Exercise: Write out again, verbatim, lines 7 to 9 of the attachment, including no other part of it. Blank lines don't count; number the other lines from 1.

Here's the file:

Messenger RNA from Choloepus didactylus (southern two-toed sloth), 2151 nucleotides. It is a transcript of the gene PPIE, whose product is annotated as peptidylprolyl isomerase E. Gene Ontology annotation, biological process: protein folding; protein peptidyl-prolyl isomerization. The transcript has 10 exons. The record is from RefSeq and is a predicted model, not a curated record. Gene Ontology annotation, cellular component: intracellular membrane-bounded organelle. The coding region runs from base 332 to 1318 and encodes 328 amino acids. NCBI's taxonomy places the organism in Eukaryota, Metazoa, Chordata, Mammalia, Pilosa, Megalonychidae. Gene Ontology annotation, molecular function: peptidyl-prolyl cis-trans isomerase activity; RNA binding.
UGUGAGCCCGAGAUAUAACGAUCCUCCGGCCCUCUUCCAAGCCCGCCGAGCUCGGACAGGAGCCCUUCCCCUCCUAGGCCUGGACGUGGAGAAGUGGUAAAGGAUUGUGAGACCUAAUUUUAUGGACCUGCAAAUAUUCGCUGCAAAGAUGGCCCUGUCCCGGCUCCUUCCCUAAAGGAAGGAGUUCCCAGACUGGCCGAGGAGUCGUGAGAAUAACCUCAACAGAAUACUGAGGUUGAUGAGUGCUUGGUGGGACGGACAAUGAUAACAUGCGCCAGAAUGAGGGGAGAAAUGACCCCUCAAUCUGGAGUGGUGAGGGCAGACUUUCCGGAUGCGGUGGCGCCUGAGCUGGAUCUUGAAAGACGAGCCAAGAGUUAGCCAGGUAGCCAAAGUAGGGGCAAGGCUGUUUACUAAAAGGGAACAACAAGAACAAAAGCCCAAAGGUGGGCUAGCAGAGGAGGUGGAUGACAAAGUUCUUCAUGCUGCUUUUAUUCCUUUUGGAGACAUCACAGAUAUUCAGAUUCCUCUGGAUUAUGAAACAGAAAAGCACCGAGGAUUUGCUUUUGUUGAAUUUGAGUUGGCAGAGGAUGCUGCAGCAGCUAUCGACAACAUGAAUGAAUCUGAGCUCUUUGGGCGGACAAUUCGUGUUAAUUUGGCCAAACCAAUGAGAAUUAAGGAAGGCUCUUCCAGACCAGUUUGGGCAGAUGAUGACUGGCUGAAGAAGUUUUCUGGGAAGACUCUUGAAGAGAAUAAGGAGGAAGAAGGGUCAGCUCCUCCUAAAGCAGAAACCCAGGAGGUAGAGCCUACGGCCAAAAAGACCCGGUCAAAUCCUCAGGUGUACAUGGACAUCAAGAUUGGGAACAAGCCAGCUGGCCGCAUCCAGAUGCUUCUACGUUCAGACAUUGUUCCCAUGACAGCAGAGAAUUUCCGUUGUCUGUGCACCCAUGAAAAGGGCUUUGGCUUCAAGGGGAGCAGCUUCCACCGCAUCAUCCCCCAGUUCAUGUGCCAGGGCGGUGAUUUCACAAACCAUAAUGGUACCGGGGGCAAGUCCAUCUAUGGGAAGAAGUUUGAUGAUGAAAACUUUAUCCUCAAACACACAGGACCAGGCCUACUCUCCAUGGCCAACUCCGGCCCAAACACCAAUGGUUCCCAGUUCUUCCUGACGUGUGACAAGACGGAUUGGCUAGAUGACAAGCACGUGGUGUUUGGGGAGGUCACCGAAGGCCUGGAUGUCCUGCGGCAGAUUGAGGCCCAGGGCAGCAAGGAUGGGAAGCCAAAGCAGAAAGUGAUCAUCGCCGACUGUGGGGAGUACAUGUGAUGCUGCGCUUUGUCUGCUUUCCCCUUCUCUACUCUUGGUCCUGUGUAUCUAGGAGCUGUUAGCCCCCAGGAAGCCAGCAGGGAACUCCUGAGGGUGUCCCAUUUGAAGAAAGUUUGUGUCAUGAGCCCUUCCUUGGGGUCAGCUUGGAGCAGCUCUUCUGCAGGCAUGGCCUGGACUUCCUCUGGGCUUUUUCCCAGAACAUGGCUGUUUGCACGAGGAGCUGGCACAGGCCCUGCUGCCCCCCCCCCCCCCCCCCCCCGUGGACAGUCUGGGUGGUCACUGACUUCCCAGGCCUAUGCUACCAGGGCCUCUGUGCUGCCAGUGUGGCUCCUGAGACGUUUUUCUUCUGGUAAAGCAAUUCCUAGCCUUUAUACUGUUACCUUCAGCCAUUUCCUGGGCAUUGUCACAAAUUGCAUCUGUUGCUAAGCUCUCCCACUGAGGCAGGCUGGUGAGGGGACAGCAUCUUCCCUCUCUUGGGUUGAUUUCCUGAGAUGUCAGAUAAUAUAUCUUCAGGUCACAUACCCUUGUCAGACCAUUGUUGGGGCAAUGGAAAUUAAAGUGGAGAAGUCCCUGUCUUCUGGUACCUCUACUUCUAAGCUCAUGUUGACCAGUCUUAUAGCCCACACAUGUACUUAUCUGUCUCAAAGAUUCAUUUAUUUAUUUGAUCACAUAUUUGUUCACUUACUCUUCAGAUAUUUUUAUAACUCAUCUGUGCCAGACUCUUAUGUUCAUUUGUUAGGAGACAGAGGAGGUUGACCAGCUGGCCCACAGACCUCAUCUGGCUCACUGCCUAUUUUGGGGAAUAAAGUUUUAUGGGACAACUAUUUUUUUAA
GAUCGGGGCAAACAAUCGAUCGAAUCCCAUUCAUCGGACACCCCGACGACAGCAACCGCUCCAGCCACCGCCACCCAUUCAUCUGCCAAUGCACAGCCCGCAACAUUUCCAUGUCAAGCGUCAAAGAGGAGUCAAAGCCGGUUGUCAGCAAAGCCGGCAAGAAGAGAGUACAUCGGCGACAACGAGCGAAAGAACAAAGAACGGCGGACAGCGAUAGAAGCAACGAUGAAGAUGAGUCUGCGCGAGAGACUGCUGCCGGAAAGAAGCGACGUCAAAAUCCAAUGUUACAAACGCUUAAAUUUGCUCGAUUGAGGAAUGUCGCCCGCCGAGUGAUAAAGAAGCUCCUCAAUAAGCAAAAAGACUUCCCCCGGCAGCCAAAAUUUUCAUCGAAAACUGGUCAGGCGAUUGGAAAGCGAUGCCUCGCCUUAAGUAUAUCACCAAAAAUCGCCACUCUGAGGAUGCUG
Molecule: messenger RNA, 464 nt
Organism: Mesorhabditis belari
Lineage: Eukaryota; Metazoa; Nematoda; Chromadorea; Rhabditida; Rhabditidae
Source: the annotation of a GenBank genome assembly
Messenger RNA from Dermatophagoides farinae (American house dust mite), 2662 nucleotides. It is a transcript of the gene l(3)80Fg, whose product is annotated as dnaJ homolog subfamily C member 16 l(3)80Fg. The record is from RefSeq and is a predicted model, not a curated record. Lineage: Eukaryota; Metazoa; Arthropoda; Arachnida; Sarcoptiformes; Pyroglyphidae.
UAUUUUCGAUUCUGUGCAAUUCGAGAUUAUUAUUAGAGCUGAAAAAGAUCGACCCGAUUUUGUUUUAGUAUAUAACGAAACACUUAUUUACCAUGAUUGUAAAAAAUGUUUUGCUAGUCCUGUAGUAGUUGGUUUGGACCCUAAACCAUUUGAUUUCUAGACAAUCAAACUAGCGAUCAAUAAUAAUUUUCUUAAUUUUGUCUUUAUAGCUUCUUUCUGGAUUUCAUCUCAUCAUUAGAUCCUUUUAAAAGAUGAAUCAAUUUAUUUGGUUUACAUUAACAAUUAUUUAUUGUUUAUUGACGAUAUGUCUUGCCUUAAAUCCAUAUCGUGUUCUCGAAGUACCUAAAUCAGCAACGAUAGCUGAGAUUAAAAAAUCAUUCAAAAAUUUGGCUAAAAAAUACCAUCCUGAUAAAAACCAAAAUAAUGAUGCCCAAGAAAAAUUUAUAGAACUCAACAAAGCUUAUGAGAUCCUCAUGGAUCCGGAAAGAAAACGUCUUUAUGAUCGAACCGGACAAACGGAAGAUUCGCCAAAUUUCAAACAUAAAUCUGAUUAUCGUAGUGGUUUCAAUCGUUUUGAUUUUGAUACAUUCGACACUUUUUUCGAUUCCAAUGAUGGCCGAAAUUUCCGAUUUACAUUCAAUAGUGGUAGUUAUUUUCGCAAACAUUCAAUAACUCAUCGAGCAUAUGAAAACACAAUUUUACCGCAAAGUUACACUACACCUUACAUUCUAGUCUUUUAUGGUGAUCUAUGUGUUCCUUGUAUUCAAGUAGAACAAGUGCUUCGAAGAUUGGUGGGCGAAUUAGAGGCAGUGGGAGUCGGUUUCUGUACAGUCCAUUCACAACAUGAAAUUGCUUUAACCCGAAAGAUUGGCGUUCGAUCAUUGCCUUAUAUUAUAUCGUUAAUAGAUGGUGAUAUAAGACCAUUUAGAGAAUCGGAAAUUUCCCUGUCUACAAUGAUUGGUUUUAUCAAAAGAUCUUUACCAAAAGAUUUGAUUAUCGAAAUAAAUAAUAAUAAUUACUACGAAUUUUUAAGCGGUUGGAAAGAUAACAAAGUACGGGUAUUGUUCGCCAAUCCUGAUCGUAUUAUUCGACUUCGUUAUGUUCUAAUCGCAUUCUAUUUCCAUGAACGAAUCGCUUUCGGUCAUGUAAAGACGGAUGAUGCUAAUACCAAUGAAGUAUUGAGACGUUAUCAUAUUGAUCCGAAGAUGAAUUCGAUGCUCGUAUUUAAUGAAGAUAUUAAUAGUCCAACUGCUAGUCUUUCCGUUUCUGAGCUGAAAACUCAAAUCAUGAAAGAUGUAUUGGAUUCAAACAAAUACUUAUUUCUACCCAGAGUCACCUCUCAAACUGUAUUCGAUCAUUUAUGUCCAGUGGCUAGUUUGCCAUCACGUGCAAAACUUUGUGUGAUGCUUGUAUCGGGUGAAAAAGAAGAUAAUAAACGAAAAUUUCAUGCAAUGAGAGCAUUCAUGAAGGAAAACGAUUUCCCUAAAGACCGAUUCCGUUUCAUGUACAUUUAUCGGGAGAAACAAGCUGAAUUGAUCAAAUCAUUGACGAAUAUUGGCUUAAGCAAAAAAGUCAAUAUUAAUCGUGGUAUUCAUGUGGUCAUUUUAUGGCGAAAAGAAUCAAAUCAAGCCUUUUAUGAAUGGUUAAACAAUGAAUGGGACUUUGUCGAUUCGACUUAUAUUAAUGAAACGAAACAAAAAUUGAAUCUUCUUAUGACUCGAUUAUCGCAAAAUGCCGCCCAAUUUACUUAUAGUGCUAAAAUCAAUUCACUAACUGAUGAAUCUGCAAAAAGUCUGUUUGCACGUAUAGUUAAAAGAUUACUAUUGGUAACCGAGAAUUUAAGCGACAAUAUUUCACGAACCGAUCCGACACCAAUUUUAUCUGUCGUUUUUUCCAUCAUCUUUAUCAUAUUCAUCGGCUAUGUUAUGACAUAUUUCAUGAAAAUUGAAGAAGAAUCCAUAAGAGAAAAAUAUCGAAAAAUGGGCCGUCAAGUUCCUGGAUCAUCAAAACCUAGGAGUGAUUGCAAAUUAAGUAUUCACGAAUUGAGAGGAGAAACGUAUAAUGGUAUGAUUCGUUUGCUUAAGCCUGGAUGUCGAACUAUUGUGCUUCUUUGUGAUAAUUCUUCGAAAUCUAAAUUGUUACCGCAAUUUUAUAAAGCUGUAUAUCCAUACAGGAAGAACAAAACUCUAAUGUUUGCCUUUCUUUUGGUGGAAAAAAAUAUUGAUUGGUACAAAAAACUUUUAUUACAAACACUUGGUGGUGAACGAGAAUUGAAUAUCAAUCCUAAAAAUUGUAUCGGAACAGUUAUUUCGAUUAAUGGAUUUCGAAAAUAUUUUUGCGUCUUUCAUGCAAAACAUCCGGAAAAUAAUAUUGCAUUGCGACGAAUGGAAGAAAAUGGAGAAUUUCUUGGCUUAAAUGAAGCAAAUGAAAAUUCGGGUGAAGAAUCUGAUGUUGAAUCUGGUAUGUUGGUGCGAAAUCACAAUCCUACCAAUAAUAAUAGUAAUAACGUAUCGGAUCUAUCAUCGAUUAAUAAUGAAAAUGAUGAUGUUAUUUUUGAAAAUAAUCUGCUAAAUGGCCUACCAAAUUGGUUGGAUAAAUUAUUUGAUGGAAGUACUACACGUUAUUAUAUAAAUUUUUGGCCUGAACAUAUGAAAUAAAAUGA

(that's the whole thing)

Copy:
Source: the annotation of a GenBank genome assembly
Messenger RNA from Dermatophagoides farinae (American house dust mite), 2662 nucleotides. It is a transcript of the gene l(3)80Fg, whose product is annotated as dnaJ homolog subfamily C member 16 l(3)80Fg. The record is from RefSeq and is a predicted model, not a curated record. Lineage: Eukaryota; Metazoa; Arthropoda; Arachnida; Sarcoptiformes; Pyroglyphidae.
UAUUUUCGAUUCUGUGCAAUUCGAGAUUAUUAUUAGAGCUGAAAAAGAUCGACCCGAUUUUGUUUUAGUAUAUAACGAAACACUUAUUUACCAUGAUUGUAAAAAAUGUUUUGCUAGUCCUGUAGUAGUUGGUUUGGACCCUAAACCAUUUGAUUUCUAGACAAUCAAACUAGCGAUCAAUAAUAAUUUUCUUAAUUUUGUCUUUAUAGCUUCUUUCUGGAUUUCAUCUCAUCAUUAGAUCCUUUUAAAAGAUGAAUCAAUUUAUUUGGUUUACAUUAACAAUUAUUUAUUGUUUAUUGACGAUAUGUCUUGCCUUAAAUCCAUAUCGUGUUCUCGAAGUACCUAAAUCAGCAACGAUAGCUGAGAUUAAAAAAUCAUUCAAAAAUUUGGCUAAAAAAUACCAUCCUGAUAAAAACCAAAAUAAUGAUGCCCAAGAAAAAUUUAUAGAACUCAACAAAGCUUAUGAGAUCCUCAUGGAUCCGGAAAGAAAACGUCUUUAUGAUCGAACCGGACAAACGGAAGAUUCGCCAAAUUUCAAACAUAAAUCUGAUUAUCGUAGUGGUUUCAAUCGUUUUGAUUUUGAUACAUUCGACACUUUUUUCGAUUCCAAUGAUGGCCGAAAUUUCCGAUUUACAUUCAAUAGUGGUAGUUAUUUUCGCAAACAUUCAAUAACUCAUCGAGCAUAUGAAAACACAAUUUUACCGCAAAGUUACACUACACCUUACAUUCUAGUCUUUUAUGGUGAUCUAUGUGUUCCUUGUAUUCAAGUAGAACAAGUGCUUCGAAGAUUGGUGGGCGAAUUAGAGGCAGUGGGAGUCGGUUUCUGUACAGUCCAUUCACAACAUGAAAUUGCUUUAACCCGAAAGAUUGGCGUUCGAUCAUUGCCUUAUAUUAUAUCGUUAAUAGAUGGUGAUAUAAGACCAUUUAGAGAAUCGGAAAUUUCCCUGUCUACAAUGAUUGGUUUUAUCAAAAGAUCUUUACCAAAAGAUUUGAUUAUCGAAAUAAAUAAUAAUAAUUACUACGAAUUUUUAAGCGGUUGGAAAGAUAACAAAGUACGGGUAUUGUUCGCCAAUCCUGAUCGUAUUAUUCGACUUCGUUAUGUUCUAAUCGCAUUCUAUUUCCAUGAACGAAUCGCUUUCGGUCAUGUAAAGACGGAUGAUGCUAAUACCAAUGAAGUAUUGAGACGUUAUCAUAUUGAUCCGAAGAUGAAUUCGAUGCUCGUAUUUAAUGAAGAUAUUAAUAGUCCAACUGCUAGUCUUUCCGUUUCUGAGCUGAAAACUCAAAUCAUGAAAGAUGUAUUGGAUUCAAACAAAUACUUAUUUCUACCCAGAGUCACCUCUCAAACUGUAUUCGAUCAUUUAUGUCCAGUGGCUAGUUUGCCAUCACGUGCAAAACUUUGUGUGAUGCUUGUAUCGGGUGAAAAAGAAGAUAAUAAACGAAAAUUUCAUGCAAUGAGAGCAUUCAUGAAGGAAAACGAUUUCCCUAAAGACCGAUUCCGUUUCAUGUACAUUUAUCGGGAGAAACAAGCUGAAUUGAUCAAAUCAUUGACGAAUAUUGGCUUAAGCAAAAAAGUCAAUAUUAAUCGUGGUAUUCAUGUGGUCAUUUUAUGGCGAAAAGAAUCAAAUCAAGCCUUUUAUGAAUGGUUAAACAAUGAAUGGGACUUUGUCGAUUCGACUUAUAUUAAUGAAACGAAACAAAAAUUGAAUCUUCUUAUGACUCGAUUAUCGCAAAAUGCCGCCCAAUUUACUUAUAGUGCUAAAAUCAAUUCACUAACUGAUGAAUCUGCAAAAAGUCUGUUUGCACGUAUAGUUAAAAGAUUACUAUUGGUAACCGAGAAUUUAAGCGACAAUAUUUCACGAACCGAUCCGACACCAAUUUUAUCUGUCGUUUUUUCCAUCAUCUUUAUCAUAUUCAUCGGCUAUGUUAUGACAUAUUUCAUGAAAAUUGAAGAAGAAUCCAUAAGAGAAAAAUAUCGAAAAAUGGGCCGUCAAGUUCCUGGAUCAUCAAAACCUAGGAGUGAUUGCAAAUUAAGUAUUCACGAAUUGAGAGGAGAAACGUAUAAUGGUAUGAUUCGUUUGCUUAAGCCUGGAUGUCGAACUAUUGUGCUUCUUUGUGAUAAUUCUUCGAAAUCUAAAUUGUUACCGCAAUUUUAUAAAGCUGUAUAUCCAUACAGGAAGAACAAAACUCUAAUGUUUGCCUUUCUUUUGGUGGAAAAAAAUAUUGAUUGGUACAAAAAACUUUUAUUACAAACACUUGGUGGUGAACGAGAAUUGAAUAUCAAUCCUAAAAAUUGUAUCGGAACAGUUAUUUCGAUUAAUGGAUUUCGAAAAUAUUUUUGCGUCUUUCAUGCAAAACAUCCGGAAAAUAAUAUUGCAUUGCGACGAAUGGAAGAAAAUGGAGAAUUUCUUGGCUUAAAUGAAGCAAAUGAAAAUUCGGGUGAAGAAUCUGAUGUUGAAUCUGGUAUGUUGGUGCGAAAUCACAAUCCUACCAAUAAUAAUAGUAAUAACGUAUCGGAUCUAUCAUCGAUUAAUAAUGAAAAUGAUGAUGUUAUUUUUGAAAAUAAUCUGCUAAAUGGCCUACCAAAUUGGUUGGAUAAAUUAUUUGAUGGAAGUACUACACGUUAUUAUAUAAAUUUUUGGCCUGAACAUAUGAAAUAAAAUGA